(Note the delightful exceptions of the rule being talked about here and here... and psychoanalyzed crudely here.)

    I think what Jon is getting at is talked about in more detail on this page. It's the story about a guy who has an ambiguous sexual identity lying somewhere between heterosexual and bisexual. Encouraged and open to exploring sexual relationships with women, the subject concedes a sustained interest in men -- a desire to pursue any number of combinations of sexual attraction, interaction, crushes, and affection. Empirical data show an increase in admission of same-sex crushes and attractions by a sample of young male college students.

    If this is due to seeing women strictly as sexual objects, I'm not quite sure if that holds. Children develop a capacity for opposite-sex friendships in later childhood. Some men reserve friendships by gender lines; others don't, and this doesn't map very well onto sexual orientation. Count me in the latter camp.

    I have men and women as friends. I think what makes it a little complicated, at least in the beginning, is that straight men and women have to figure if their relationship hinges on physical attraction. Like a dick gets in the way, or something. Once the bounds are established as "safe," you can move on. In my own case, I have quite a few attractive female friends, but I'm just as set as they are on not ruining friendship on the off-chance of wanting to fuck around. More often than not, though, I don't have physical attraction to my friends -- girls, or guys for that matter.

    Still, I'll leave on this note. One of my friends who is straight, has some mannerisms that could go either way, said that a number of people he has met confuse him for being gay. It used to offend him at first, but then he realized that gay men are often credited for stylish, fun, interesting, and exciting people to be around. He also mentioned the ease at which he develops "bromances." He told me that he has close friendships that are usually rooted around hobbies; the kicker, though, is that when they talk, they're very emotionally intimate. They're both really interested in the conversation, love to share their craft, and can go for hours on end about it.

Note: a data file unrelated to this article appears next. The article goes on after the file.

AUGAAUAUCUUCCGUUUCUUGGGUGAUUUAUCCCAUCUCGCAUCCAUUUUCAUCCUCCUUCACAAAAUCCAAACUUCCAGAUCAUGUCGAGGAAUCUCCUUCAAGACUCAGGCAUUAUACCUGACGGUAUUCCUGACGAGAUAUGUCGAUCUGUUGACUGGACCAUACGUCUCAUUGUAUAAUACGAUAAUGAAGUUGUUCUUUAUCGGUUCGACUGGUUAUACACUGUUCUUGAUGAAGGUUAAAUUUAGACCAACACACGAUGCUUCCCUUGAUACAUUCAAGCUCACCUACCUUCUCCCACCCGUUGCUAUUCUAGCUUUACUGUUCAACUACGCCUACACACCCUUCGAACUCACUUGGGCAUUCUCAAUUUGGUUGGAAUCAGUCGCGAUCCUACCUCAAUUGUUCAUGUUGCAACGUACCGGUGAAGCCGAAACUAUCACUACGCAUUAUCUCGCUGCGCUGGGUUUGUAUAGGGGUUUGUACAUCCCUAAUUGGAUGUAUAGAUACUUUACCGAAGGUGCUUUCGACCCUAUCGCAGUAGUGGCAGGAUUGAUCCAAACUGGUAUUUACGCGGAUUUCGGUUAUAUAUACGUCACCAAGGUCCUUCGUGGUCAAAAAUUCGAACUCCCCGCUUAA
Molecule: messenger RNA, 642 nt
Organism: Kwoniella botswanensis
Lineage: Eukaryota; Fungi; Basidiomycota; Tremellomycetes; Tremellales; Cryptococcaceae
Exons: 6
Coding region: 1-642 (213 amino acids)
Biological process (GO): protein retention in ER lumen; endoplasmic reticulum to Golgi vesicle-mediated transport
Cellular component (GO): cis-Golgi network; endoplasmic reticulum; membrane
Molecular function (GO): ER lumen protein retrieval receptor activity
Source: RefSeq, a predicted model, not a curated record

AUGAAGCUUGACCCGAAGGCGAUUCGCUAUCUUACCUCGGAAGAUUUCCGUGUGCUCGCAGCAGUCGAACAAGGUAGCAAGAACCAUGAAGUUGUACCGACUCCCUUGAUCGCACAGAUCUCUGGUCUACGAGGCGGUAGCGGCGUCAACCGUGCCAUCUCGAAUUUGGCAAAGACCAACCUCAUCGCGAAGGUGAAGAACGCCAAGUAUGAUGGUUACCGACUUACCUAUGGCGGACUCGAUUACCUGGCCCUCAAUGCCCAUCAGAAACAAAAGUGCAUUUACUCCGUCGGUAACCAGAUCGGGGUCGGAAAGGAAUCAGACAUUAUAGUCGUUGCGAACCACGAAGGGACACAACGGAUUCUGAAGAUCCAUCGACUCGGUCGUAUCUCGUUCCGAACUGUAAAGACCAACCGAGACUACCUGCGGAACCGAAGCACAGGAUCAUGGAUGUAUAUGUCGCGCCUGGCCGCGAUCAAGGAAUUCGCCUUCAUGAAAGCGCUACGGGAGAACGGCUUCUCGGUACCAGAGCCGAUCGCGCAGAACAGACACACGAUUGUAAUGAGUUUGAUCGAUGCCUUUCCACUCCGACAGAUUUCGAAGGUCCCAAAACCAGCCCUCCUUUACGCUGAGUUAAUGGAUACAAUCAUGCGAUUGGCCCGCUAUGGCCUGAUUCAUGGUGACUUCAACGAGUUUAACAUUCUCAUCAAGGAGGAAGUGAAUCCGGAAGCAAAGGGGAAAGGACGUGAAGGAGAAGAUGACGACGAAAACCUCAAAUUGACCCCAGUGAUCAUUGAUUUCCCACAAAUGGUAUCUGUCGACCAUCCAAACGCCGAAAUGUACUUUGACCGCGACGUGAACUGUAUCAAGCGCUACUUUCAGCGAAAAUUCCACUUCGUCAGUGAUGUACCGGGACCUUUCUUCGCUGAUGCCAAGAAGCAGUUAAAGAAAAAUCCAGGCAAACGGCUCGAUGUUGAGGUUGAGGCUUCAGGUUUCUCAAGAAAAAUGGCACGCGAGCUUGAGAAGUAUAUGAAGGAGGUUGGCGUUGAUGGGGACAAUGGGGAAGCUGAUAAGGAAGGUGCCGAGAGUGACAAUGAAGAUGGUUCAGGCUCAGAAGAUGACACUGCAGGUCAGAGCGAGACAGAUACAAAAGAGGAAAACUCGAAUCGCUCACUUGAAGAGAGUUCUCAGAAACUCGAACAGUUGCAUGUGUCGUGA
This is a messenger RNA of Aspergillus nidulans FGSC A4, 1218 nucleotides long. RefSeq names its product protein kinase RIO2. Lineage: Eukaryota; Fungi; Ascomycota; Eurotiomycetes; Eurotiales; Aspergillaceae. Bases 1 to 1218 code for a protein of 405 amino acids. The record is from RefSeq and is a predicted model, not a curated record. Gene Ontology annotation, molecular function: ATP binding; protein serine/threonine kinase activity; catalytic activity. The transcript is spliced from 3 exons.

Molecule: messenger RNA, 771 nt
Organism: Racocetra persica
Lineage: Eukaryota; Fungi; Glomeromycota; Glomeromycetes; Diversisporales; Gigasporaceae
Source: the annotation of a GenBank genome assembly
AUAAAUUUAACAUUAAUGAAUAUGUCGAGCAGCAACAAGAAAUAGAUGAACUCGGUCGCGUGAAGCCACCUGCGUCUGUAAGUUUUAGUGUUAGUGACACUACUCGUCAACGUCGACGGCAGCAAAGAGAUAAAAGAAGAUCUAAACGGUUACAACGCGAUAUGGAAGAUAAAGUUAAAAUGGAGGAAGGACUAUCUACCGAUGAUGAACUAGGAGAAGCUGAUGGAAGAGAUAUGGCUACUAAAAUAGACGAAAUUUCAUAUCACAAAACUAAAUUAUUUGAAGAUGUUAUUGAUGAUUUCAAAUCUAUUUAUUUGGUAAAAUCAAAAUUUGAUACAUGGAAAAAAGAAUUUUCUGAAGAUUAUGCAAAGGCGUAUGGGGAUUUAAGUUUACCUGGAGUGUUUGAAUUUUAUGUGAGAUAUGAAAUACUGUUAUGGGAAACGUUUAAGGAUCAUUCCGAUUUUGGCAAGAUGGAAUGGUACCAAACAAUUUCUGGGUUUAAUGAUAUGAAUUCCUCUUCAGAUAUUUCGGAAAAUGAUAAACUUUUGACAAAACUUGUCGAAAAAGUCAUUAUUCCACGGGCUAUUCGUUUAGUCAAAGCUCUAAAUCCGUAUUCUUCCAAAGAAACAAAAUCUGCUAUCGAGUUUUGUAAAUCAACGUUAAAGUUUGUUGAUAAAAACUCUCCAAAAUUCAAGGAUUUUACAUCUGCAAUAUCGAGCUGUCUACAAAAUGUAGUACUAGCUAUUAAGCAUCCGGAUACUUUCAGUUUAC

For the short while I've known him, we tend to grab beers or a bite to eat when we hang out. At the same time, he's very, very engaged, at ease, comfortable, easy to talk to, and always seems just as interested in knowing how you're doing, what's going on in your world.

    That's pretty potent, I think, and it has nothing to do with getting my dick sucked.
     
  7. D_Harry_Crax

    D_Harry_Crax Account Disabled

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    Really, most straight men (and, I think, most gay men, too) are homosocial. Just count up how many hours men spend socializing with other men who aren't relatives, versus how much time they spend socializing with women who aren't GFs, spouse, or relatives. Quite simple.
     
  8. Silvertip

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    I'd have to agree with Vance88 on this one. I really enjoy hunting, fishing and the shooting sports and the few women I've known who are really into those "manly" activities I've enjoyed socially every bit as much as my male friends. Those women, however, are few and far between so I find myself socializing more with men.